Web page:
Is the Sipuleucel-T Saga Poised for a New Chapter?

Meir Rinde
Published: Wednesday, Feb 06, 2019
Raoul S. Concepcion, MD, FACS

Raoul S. Concepcion, MD, FACS

Nearly a decade ago, sipuleucel-T (Provenge) became the first FDA-approved personalized cancer vaccine, a harbinger of the current era of immunotherapy. After the autologous cellular vaccine gained approval in April 2010, its entry into the clinic was accompanied by expectations that it would see significant uptake by men with asymptomatic or minimally symptomatic metastatic castration-resistant prostate cancer (mCRPC).

The trajectory of this groundbreaking therapy, however, has been far different from the rapid adoption now underway with checkpoint blockade immunotherapy. Sipuleucel-T did find a place in the prostate cancer toolkit, particularly among urologists, but it was not widely adopted. Although it extends survival and is well tolerated, a combination of factors has led to limited use of the therapy, according to experts. These factors include a delayed initial approval, incomplete understanding of the new therapeutic mechanism, a lack of biomarkers to measure efficacy, cost barriers, the complexity of administration, and the subsequent approval of competing drugs. It was dogged by controversy and its manufacturer, Dendreon, declared bankruptcy and changed ownership 3 times.1

Yet advocates for sipuleucel-T point out that the public has become more aware of and interested in immunotherapy now, and they believe the product has the potential to benefit a larger group of patients. Dendreon last year began a new effort to expand its market by launching ProVent (NCT03686683), a phase III randomized trial testing the effectiveness of sipuleucel-T versus active surveillance in decreasing histologic progression of low-grade prostate cancer (Figure).2

ProVent “has a lot of potential, depending on how quickly it can accrue. Obviously, that is a very, very big space. There’s lots of interest in newly diagnosed, low-grade prostate cancer patients on active surveillance,” said Raoul S. Concepcion, MD, director of The Comprehensive Prostate Center and clinical associate professor at Vanderbilt University School of Medicine, both in Nashville, Tennessee. He has served as a physician adviser to Dendreon.

Several other trials are testing combinations or sequencing of sipuleucel-T with radiotherapy, checkpoint inhibitors, and other therapies. “It will maintain itself as a go-to medication for metastatic castrate-resistant prostate cancer, but the future is in combination therapy— learning how to mix it not only with chemotherapy, but with androgen-receptor pathway blockers or with other immunotherapeutic agents that might enhance the overall response to sipuleucel- T,” said Leonard G. Gomella, MD, director of the Kimmel Cancer Center Network at Thomas Jefferson University Hospital in Philadelphia.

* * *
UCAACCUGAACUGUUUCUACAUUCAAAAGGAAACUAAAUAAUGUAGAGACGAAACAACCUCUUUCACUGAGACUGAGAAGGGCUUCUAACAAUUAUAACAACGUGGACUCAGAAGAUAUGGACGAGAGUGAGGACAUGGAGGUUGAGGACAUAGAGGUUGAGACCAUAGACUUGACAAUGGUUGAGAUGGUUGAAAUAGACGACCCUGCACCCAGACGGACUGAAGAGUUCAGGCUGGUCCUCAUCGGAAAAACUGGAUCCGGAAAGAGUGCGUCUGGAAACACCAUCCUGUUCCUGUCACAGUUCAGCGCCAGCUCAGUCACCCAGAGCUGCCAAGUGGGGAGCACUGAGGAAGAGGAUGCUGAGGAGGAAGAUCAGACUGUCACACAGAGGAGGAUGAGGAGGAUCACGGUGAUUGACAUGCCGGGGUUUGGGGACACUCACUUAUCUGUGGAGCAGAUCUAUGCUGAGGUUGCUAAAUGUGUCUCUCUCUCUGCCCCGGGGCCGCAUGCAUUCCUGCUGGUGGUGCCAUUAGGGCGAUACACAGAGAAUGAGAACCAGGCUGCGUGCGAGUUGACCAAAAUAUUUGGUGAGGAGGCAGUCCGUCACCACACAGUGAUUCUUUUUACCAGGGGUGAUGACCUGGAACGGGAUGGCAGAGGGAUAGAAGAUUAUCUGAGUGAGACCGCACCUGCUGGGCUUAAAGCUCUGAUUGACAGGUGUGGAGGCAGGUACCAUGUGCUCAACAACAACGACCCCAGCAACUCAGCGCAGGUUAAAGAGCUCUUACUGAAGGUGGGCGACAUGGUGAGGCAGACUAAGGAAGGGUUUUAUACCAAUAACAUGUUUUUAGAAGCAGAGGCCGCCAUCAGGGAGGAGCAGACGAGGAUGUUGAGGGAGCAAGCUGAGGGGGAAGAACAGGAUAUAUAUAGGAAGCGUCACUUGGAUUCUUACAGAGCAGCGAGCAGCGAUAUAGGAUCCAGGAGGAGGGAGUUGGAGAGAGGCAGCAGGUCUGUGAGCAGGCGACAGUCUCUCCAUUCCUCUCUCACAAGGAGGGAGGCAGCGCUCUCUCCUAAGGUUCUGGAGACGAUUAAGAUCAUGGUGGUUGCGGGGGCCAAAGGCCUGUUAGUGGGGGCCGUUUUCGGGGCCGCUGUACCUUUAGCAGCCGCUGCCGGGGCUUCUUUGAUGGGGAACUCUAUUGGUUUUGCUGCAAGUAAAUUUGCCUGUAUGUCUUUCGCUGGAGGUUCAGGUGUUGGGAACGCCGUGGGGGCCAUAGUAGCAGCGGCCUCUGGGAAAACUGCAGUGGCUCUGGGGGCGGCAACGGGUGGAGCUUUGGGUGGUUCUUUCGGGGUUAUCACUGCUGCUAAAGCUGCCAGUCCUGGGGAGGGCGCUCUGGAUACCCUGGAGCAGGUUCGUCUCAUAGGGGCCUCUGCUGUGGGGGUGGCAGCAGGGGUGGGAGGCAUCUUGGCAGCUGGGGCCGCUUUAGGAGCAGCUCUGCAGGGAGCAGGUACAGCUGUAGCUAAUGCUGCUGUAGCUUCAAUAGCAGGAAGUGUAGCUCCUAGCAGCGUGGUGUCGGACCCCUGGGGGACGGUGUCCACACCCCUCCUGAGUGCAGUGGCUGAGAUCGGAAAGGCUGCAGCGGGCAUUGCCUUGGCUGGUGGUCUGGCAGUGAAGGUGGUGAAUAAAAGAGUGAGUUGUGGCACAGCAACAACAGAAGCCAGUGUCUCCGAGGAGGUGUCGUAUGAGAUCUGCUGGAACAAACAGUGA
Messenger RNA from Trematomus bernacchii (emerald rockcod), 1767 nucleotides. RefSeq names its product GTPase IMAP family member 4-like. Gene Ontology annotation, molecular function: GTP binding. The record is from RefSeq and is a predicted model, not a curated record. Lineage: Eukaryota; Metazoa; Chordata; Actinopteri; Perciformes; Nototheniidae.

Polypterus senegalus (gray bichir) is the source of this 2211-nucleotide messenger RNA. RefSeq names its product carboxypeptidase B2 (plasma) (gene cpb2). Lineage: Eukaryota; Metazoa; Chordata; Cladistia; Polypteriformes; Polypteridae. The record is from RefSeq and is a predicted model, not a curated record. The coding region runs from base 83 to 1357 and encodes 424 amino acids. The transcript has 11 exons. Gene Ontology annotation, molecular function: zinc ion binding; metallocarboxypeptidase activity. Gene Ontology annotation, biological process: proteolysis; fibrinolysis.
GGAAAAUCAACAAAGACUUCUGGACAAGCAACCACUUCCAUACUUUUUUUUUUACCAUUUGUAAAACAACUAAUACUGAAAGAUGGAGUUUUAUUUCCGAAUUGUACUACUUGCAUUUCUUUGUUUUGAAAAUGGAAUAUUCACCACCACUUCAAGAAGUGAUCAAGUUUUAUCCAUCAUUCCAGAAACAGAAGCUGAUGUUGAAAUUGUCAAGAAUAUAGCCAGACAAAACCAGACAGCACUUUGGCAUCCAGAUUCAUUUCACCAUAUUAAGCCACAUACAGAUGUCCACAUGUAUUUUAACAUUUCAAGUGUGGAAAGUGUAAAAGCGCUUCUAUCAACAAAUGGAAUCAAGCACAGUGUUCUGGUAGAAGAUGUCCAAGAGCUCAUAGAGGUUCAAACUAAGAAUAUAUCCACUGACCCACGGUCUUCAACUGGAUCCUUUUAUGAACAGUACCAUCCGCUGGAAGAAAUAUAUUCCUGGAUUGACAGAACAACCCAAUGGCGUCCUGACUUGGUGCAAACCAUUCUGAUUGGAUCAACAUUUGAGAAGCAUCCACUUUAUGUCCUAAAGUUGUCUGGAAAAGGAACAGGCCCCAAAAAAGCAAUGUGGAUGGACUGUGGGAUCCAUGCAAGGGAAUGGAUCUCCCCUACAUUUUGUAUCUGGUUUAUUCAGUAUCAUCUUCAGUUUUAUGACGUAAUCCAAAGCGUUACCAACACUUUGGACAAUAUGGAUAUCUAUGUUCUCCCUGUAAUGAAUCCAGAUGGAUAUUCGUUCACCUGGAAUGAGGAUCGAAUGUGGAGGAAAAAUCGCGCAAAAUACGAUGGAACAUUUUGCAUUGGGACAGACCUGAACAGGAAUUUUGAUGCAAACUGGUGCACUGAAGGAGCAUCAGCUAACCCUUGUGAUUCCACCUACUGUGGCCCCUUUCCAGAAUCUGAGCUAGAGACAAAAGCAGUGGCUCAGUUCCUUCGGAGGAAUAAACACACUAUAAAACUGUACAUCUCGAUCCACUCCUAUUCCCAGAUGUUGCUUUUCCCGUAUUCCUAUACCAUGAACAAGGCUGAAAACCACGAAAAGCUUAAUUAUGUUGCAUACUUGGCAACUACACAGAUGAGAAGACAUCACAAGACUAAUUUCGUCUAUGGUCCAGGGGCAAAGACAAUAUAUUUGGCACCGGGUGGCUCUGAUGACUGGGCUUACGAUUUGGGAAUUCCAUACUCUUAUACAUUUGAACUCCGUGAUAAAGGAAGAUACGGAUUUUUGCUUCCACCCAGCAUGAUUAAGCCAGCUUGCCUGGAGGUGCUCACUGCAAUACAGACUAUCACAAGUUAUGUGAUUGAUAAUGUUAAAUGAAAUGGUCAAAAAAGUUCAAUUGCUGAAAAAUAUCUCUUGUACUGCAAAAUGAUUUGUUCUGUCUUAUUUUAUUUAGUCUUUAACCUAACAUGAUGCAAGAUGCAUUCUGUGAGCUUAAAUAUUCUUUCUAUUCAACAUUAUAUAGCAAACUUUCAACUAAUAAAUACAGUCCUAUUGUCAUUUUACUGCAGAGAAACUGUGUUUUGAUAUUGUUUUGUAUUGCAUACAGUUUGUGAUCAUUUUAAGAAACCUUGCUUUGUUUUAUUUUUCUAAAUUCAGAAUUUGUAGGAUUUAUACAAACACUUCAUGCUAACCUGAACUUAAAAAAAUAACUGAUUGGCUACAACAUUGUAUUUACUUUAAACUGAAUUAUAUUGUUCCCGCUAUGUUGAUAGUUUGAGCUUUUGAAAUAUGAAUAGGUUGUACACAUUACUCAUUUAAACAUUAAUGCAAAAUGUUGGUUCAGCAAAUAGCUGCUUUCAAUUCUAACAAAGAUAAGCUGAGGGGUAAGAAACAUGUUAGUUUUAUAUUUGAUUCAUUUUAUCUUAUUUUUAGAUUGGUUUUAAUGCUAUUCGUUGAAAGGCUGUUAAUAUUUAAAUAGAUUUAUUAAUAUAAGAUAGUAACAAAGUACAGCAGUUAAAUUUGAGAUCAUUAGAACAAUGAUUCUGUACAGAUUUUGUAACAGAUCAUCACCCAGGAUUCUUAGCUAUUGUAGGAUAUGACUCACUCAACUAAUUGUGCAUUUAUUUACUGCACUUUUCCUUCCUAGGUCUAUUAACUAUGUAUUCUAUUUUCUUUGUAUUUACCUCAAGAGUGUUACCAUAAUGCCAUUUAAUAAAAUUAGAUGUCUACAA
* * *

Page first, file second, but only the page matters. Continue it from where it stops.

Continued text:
Impact on PSA

Sipuleucel-T treatment begins with leukapheresis, typically at a physician’s office or blood-collection center. The harvested white blood cells, most importantly dendritic antigen-presenting cells, are sent to a manufacturing facility. They are incubated with a recombinant fusion protein consisting of prostatic acid phosphatase (PAP), an antigen that is highly expressed in most prostate cancer cells, and granulocyte-macrophage colony-stimulating factor.

Three or 4 days after the initial blood draw, the activated cells are reinfused into the patient, activating an immune system response against PAP-expressing prostate cancer cells. The procedure is conducted 3 times over a period of 6 weeks.3

Attitudes toward sipuleucel-T have been heavily shaped by the fact that the therapy has not demonstrated significant impacts on lowering PSA levels and on slowing disease progression in radiographic imaging studies. The first phase III trial, D9901 (N = 127), did not achieve a statistically significant improvement in the primary endpoint of median time to progression; PSA progression was not included in the primary endpoint.4 The study was not powered for overall survival (OS), but investigators were surprised to find the sipuleucel-T group had a median survival advantage of 4.5 months over the placebo group (25.9 vs 21.4 months; log-rank P = .01). The estimated survival rate at 36 months was 34% for sipuleucel-T and 11% for placebo (P = .005).

The data were pooled with findings from another phase III trial, D9902A, and the integrated results showed a similar median survival benefit of 4.3 months (HR, 1.50; 95% CI, 1.10-2.05; log rank P = .011).5 Yet the failure to meet the original endpoint and the lack of evidence of direct antitumor effect, along with other concerns, sowed skepticism among some members of the FDA advisory committee reviewing the data. In 2007, the agency rejected sipuleucel-T and asked for more data.6

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